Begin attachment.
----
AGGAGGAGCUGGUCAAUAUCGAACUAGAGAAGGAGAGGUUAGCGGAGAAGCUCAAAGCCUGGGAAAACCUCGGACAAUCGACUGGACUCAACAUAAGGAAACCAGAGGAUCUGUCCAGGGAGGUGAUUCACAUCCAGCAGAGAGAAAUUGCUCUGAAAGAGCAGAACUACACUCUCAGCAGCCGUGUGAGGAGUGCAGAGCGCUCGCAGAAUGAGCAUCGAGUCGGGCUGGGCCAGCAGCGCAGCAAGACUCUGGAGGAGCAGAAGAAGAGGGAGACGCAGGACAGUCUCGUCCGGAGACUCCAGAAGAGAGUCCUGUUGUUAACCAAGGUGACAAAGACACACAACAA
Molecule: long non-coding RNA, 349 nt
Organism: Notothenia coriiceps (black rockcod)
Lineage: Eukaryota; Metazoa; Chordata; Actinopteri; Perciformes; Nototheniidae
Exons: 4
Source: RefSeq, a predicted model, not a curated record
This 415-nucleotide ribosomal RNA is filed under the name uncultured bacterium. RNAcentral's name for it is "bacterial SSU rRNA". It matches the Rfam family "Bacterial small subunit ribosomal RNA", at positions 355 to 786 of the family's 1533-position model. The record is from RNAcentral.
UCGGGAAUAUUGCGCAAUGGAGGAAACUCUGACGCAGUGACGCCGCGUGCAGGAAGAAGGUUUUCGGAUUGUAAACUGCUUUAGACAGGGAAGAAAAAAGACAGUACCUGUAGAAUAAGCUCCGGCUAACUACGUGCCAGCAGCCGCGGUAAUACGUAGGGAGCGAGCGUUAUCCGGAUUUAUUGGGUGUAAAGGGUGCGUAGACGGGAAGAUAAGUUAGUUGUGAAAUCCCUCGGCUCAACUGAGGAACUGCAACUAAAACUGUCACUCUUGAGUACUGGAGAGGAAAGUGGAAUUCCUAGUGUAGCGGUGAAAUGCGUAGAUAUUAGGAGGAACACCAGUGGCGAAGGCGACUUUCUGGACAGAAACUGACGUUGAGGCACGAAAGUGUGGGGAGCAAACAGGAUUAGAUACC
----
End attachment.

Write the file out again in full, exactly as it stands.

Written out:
AGGAGGAGCUGGUCAAUAUCGAACUAGAGAAGGAGAGGUUAGCGGAGAAGCUCAAAGCCUGGGAAAACCUCGGACAAUCGACUGGACUCAACAUAAGGAAACCAGAGGAUCUGUCCAGGGAGGUGAUUCACAUCCAGCAGAGAGAAAUUGCUCUGAAAGAGCAGAACUACACUCUCAGCAGCCGUGUGAGGAGUGCAGAGCGCUCGCAGAAUGAGCAUCGAGUCGGGCUGGGCCAGCAGCGCAGCAAGACUCUGGAGGAGCAGAAGAAGAGGGAGACGCAGGACAGUCUCGUCCGGAGACUCCAGAAGAGAGUCCUGUUGUUAACCAAGGUGACAAAGACACACAACAA
Molecule: long non-coding RNA, 349 nt
Organism: Notothenia coriiceps (black rockcod)
Lineage: Eukaryota; Metazoa; Chordata; Actinopteri; Perciformes; Nototheniidae
Exons: 4
Source: RefSeq, a predicted model, not a curated record
This 415-nucleotide ribosomal RNA is filed under the name uncultured bacterium. RNAcentral's name for it is "bacterial SSU rRNA". It matches the Rfam family "Bacterial small subunit ribosomal RNA", at positions 355 to 786 of the family's 1533-position model. The record is from RNAcentral.
UCGGGAAUAUUGCGCAAUGGAGGAAACUCUGACGCAGUGACGCCGCGUGCAGGAAGAAGGUUUUCGGAUUGUAAACUGCUUUAGACAGGGAAGAAAAAAGACAGUACCUGUAGAAUAAGCUCCGGCUAACUACGUGCCAGCAGCCGCGGUAAUACGUAGGGAGCGAGCGUUAUCCGGAUUUAUUGGGUGUAAAGGGUGCGUAGACGGGAAGAUAAGUUAGUUGUGAAAUCCCUCGGCUCAACUGAGGAACUGCAACUAAAACUGUCACUCUUGAGUACUGGAGAGGAAAGUGGAAUUCCUAGUGUAGCGGUGAAAUGCGUAGAUAUUAGGAGGAACACCAGUGGCGAAGGCGACUUUCUGGACAGAAACUGACGUUGAGGCACGAAAGUGUGGGGAGCAAACAGGAUUAGAUACC